The Firefighter’s Ceremonial Axe Manual

DrillMaster Color Guard/Color Team, Honor Guard Training, Instructional 0 Comments

See also the article, Resistance to Change: Betrayal?, for some insight that may help dealing with this sometimes rather touchy issue.
Fire-Axe-Nomenclature

Why an axe manual in the first place?
Firefighter honor guard units use two of their tools as ceremonial equipment that are normally used to fight fires. When I first began writing my book, The Honor Guard Manual, I wanted it to be as comprehensive as possible and thought that I should include law enforcement and firefighters. Law enforcement units use rifles the same as that military honor guard units. They also use shotguns sometimes. But firefighters- hold the phone!

The conversation I had with myself when something like this: “What in the world? Let me zoom in on that picture of the firefighter color team. Hey, they’re holding shiny axes! And what are those staffs with point and a little hook?” Time to visit a fire station and get some hands-on training. I went to the Spangdahlem Air Base (my wife was stationed there- I had already retired but was an active member of the Base Honor Guard, probably the only retiree to do that) fire station and was given a tour and explanation of the ax and pike pole and the loan of a real fire ax. The Airmen there were great and I so appreciated the time they took with me, from the Senior Master Sgt to the Senior Airman, they could not have been more pleased to have someone take an interest in the tools of their trade.

I took the fire ax home and began creating a manual of arms that I hoped would mirror the honor guard manual of arms for the rifle for a color team. I took pictures of myself with a timer on my camera setting it up on the back porch of our home in Germany. I also asked my wife to sit in the middle of our hallway and take many pictures while I posed in several different positions of the developing manual with the fire ax. In steps difficulty at this point.

The issues that I encountered were 1) Safety, there is a pike on the opposite end of the blade (the blade is dull on ceremonial axes, but the pike still comes to a four-sided point) and, 2) Creating a series of “strong” positions.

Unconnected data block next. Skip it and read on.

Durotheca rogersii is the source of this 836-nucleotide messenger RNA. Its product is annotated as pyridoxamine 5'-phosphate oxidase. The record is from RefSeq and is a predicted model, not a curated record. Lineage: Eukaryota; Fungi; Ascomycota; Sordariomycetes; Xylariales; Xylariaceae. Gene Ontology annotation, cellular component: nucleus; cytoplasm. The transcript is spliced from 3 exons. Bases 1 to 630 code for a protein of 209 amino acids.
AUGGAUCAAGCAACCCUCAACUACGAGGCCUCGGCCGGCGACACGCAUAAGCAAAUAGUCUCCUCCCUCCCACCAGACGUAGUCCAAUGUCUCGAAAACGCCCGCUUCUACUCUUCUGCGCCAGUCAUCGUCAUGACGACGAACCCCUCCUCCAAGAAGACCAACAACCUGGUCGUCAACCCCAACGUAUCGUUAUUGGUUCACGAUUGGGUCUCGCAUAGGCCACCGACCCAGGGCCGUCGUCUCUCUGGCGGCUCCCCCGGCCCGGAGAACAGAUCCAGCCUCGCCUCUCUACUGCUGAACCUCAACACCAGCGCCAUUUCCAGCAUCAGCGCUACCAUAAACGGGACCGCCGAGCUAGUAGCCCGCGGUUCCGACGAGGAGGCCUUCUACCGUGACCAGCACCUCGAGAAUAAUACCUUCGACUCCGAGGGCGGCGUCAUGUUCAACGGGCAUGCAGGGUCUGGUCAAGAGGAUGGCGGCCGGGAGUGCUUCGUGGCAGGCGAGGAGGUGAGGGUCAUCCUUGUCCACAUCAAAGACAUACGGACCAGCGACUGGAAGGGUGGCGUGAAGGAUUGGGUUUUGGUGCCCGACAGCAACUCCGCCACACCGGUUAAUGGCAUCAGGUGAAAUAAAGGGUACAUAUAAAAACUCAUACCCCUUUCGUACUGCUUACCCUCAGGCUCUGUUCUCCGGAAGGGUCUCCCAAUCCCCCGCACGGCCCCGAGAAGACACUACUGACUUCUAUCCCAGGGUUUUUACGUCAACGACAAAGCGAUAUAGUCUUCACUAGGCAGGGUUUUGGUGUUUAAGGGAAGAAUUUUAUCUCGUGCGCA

Right/Left Shoulder
Safety: Port is the position most teams use when marching and it can make the ax guards wish for interchangeable arms during long parades. To my knowledge at that point (2009) no team had used an ax like a rifle and put it on their shoulder. (I have since found one or two pictures of firefighter color teams with axes on their shoulders- the same way I created, which gave me validation.) I really wanted to use a shoulder position to provide a relatively restful position, especially when using a real fire ax with a heavy head. To do this and to maintain a safe and ceremonial image, I could not put the ax handle on my shoulder with the ax head next to my ear. That position looked “weak” and actually, a little dorky. It also created the problem of moving the pick near my head, about which I was not all that enthused.

Port and Present Arms
Weakness“: My second concern was positions that may look “weak” or “non-ceremonial” even in transition. When you bring a rifle from Order to Port, the movements are straight forward: you bring the rifle across the torso and then move the right hand to the small of the stock. When trying to mimic this movement for the fire ax, keep in mind that the hand is on top of the ax head and as you bring it across the torso, you must bend the right wrist creating a “weak” movement/position. Or, when at Present Arms and both hands are flared to the front with just the thumbs holding the handle- it does not present a “strong” image.

Rejection!
I have seen firefighters perform several of the positions of an ax manual of arms, positions that I eventually flat rejected for the reasons stated above. I didn’t just play around with an ax for a few minutes and settle on whatever came to mind, the ceremonial manual that I created took weeks of hard work of hands-on time with the ax, bouncing ideas off of my wife and then also firefighter Mark Zamora who played an integral part in the revision of the manual that I first developed with which I was not happy. Mark’s expertise as a firefighter and a member of his department’s honor guard was crucial in the manual positions that are in my book and in the video at the bottom of this article.

Here is the manual that I created which is explained extensively in my book:

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